Management & Labor

Latest Data Shows States Adding Most Jobs This Year

In nearly half of states, job growth for 2013 has yet to top 1 percent. View a map with updated employment estimates.
by | November 22, 2013
 

A select few states registered noteworthy job growth over the first 10 months of this year as some sectors of the economy rebounded.

By and large, though, any employment growth states experienced in recent months has been meager. 

The U.S. Labor Department published updated jobs data Friday with preliminary figures through October, showing only just over half of states (29) have recorded year-over-year employment growth considered to be statistically significant.

Last month, 15 states added a statistically-significant number of jobs, led by Florida (+44,600), California (+39,800) and North Carolina (+22,200). Three other states – Kentucky, Washington and South Dakota – had declines.

Governing compiled monthly employment data for each state, comparing December 2012 estimates to the most recent preliminary figures for October. In terms of raw totals, the following 10 states have seen payrolls expand the most this year:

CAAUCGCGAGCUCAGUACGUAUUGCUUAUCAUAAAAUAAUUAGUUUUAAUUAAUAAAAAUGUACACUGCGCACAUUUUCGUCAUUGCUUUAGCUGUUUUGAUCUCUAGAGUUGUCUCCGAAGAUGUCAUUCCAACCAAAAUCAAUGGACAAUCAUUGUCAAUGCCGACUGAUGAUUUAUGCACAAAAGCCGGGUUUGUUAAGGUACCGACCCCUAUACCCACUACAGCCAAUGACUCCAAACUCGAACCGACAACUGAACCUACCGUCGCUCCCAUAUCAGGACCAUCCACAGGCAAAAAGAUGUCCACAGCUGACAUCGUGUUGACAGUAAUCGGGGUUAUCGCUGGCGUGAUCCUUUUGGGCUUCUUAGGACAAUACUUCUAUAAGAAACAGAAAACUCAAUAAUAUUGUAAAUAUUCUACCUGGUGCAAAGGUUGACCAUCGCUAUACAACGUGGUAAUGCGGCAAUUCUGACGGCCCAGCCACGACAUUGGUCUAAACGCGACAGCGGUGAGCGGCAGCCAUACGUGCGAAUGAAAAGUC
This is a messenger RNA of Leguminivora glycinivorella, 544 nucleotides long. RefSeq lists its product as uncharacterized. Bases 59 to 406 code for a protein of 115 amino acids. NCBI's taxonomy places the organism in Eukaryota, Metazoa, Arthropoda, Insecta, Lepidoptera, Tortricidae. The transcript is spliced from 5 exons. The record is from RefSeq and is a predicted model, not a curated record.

1. Texas: 208,000 (+1.9%)
  2. California: 181,500 (+1.2%)
  3. Florida: 166,800: (+2.2%)
  4. New York: 84,300 (+1%)
  5. Michigan: 72,600 (+1.8%)
  6. Georgia: 71,800 (+1.8%)
  7. North Carolina: 54,700 (+1.4%)
  8. Illinois: 52,900 (+0.9%)
  9. Washington: 51,000 (+1.8%)
  10. Massachusetts: 39,800 (+1.2%)

One would expect the most populous states to dominate the list, as is shown here.

By percentage change, though, only North Dakota, Florida and Idaho have experienced job growth exceeding 2 percent.  In nearly half of states (23), job growth for 2013 has yet to top 1 percent.

The following map shows percentage change in total nonfarm employment since December 2012, with the best-performing states shaded in dark green. Click a state to display its employment estimates and current jobless rate.

NOTE: Please zoom out to view Alaska and Hawaii

Join the Discussion

After you comment, click Post. You can enter an anonymous Display Name or connect to a social profile.

More from Management & Labor